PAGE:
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 In Sustainable Farming



Farming in the USA was historically a family affair. Typically if you lived on a farm, multiple generations were involved in making sure everything ran smoothly. With the industrialization and the introduction of combustion-powered farming equipment, the business of running the family agri-business was altered. Farming practices are now scalable, allowing farmers to dedicate more acreage to grow crops. What once was a family-centric endeavor became more business like. And the role of the women farmers diminished. However, it looks like that trend is changing.

Looking at the 2012 Census of Agriculture, women make up 30% of all farmers in the US, covering 7% of the land. 14% of farms having a woman as the principal operator. While the number of women farmers has dropped slightly from the 2007 census (from 32% to 30%), there is an upswing in the number of female farmers compared to 2002 levels. The numbers have almost tripled in number since 1978.

The women farmer trend has recently been illustrated perfectly by the Soil Born Farms Urban Education and Agriculture Project, a recipient of a FruitGuys Community Fund grant,  who offers yearly apprenticeships to wannabe farmers, and found that their entire 2016 team were female. The reason for this growth isn’t necessarily clear but the project co-founder thinks that it has something to do with the turn towards more sustainable agriculture that is calling women back to the profession.

Melanie, Soil Born Farms, Affordable Healthcare

Over Grow the System, an organization dedicated to empowering and inspiring people to live in balance with the natural world, shares stories of women farmers. “There seems to be a cellular call to tend the earth in a more sustainable way” commented Janet Whalen Zeller; she hinted that the connection to a more natural way of doing things appealed much more to female farmers than the lure of mass production industrial scale farming.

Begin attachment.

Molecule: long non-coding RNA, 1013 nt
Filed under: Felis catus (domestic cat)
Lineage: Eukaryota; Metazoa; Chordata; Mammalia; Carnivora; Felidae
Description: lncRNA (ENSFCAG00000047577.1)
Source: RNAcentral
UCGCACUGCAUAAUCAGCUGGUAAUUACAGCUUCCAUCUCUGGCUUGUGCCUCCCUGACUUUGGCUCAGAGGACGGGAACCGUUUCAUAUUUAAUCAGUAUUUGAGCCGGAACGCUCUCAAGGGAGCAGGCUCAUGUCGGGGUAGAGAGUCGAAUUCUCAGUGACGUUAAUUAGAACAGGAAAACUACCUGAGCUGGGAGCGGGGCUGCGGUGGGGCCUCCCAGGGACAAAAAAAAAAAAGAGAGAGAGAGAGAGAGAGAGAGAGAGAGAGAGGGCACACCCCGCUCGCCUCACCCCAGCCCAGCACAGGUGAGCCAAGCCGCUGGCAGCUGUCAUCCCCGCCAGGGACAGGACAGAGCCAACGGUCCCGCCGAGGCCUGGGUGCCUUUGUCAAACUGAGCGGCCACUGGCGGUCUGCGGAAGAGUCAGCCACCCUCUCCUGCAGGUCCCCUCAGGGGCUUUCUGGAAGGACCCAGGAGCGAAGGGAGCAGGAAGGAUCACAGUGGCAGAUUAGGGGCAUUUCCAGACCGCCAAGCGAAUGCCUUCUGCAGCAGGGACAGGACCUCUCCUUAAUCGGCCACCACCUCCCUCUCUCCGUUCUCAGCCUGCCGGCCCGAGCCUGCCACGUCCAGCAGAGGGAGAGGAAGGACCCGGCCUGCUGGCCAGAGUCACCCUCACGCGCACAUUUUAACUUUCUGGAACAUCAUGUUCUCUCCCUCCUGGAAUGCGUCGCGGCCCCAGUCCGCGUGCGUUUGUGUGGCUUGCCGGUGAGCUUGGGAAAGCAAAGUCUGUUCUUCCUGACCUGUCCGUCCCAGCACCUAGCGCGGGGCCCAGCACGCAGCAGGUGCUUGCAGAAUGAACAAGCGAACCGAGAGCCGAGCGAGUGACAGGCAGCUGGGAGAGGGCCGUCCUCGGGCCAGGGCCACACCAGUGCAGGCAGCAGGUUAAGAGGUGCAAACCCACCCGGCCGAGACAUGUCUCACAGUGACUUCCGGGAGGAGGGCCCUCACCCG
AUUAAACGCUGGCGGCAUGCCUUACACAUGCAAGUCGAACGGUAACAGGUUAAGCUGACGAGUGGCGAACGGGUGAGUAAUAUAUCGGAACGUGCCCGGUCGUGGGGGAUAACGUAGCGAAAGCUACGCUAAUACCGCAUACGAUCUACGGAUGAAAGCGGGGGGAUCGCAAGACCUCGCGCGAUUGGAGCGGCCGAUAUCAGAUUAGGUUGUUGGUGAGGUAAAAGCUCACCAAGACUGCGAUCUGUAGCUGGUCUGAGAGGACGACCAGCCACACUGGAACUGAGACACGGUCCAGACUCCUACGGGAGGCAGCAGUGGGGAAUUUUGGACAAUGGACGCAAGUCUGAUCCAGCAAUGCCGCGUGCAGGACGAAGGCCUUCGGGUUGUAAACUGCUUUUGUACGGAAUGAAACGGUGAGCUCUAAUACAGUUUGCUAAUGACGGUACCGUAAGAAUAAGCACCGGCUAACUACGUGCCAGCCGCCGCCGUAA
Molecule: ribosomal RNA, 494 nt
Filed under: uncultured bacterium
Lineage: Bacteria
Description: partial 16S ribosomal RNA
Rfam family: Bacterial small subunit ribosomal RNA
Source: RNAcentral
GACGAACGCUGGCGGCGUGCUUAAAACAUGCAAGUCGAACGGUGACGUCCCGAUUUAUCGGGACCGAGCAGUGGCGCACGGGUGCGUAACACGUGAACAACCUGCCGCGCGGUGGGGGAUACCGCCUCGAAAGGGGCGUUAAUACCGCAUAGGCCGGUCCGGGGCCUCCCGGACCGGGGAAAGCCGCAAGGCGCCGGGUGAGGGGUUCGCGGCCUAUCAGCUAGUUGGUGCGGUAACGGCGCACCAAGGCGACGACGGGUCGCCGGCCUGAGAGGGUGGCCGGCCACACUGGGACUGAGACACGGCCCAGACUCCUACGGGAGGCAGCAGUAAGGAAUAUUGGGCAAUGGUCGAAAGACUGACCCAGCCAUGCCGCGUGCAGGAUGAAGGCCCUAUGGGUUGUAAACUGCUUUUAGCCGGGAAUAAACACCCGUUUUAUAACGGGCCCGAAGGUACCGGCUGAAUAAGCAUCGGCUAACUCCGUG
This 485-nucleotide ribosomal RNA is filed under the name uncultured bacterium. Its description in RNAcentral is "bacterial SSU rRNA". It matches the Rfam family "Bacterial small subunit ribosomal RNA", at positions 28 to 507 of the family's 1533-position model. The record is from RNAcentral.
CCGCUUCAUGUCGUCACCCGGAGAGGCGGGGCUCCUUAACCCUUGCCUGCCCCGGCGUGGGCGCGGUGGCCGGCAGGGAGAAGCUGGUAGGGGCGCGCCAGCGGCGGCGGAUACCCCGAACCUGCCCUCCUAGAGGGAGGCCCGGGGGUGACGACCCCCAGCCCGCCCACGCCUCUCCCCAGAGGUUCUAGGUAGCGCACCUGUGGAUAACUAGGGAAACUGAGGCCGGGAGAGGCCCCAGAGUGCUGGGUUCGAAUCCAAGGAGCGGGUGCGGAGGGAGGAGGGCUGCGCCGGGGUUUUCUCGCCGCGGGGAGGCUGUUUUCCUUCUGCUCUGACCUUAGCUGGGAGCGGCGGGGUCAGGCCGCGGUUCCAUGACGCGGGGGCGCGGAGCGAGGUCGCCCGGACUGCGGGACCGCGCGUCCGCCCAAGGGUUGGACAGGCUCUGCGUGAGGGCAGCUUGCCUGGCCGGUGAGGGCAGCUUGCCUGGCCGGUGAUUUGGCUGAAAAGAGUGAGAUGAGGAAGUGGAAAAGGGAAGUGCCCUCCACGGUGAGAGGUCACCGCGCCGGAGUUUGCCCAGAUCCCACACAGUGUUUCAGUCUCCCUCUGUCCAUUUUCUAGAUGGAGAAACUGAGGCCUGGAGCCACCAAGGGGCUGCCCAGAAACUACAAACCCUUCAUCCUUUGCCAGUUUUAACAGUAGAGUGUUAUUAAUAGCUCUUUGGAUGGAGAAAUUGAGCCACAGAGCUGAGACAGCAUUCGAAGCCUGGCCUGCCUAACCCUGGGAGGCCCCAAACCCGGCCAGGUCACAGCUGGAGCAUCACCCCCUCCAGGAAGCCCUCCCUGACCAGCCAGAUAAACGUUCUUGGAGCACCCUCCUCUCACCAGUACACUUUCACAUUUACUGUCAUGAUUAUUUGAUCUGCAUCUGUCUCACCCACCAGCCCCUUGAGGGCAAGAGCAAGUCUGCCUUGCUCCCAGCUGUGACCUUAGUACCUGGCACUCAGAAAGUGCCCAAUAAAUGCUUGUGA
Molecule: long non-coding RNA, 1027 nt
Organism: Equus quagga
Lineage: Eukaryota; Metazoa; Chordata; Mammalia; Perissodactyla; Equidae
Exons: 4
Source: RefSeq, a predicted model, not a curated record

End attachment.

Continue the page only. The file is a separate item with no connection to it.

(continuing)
Looking outside of the US, The Food and Agriculture Organization of the United Nations found that 43% of the female workforce is working in agriculture. In rural areas, many women are working informally either unpaid or for subsistence. Farming First produced an excellent infographic digging into female farmers in developing countries.

The statistics from the developing world support the statements made by Zeller, as many of the countries in the above studies are still farming in pre-industrial stages of development. These farmers have yet to move to mass production models followed in the US. It will be interesting to see how the development of industrialization affects women farmers as the developing world’s agriculture practices evolve.

Seeing the number of female farmers rise in the US is a positive sign. This is especially true if their skills are harnessed and focused on sustainable farming. More female involvement in the agriculture industry can only be a good thing, giving more balance to the farming business. You can support independent farmers — even farmhers — by getting involved with The FruitGuys Community Fund. And if you’re so inclined, spread the word by using the new Female Farmer emoji.

Why do you think the number of female farmers are on the rise?

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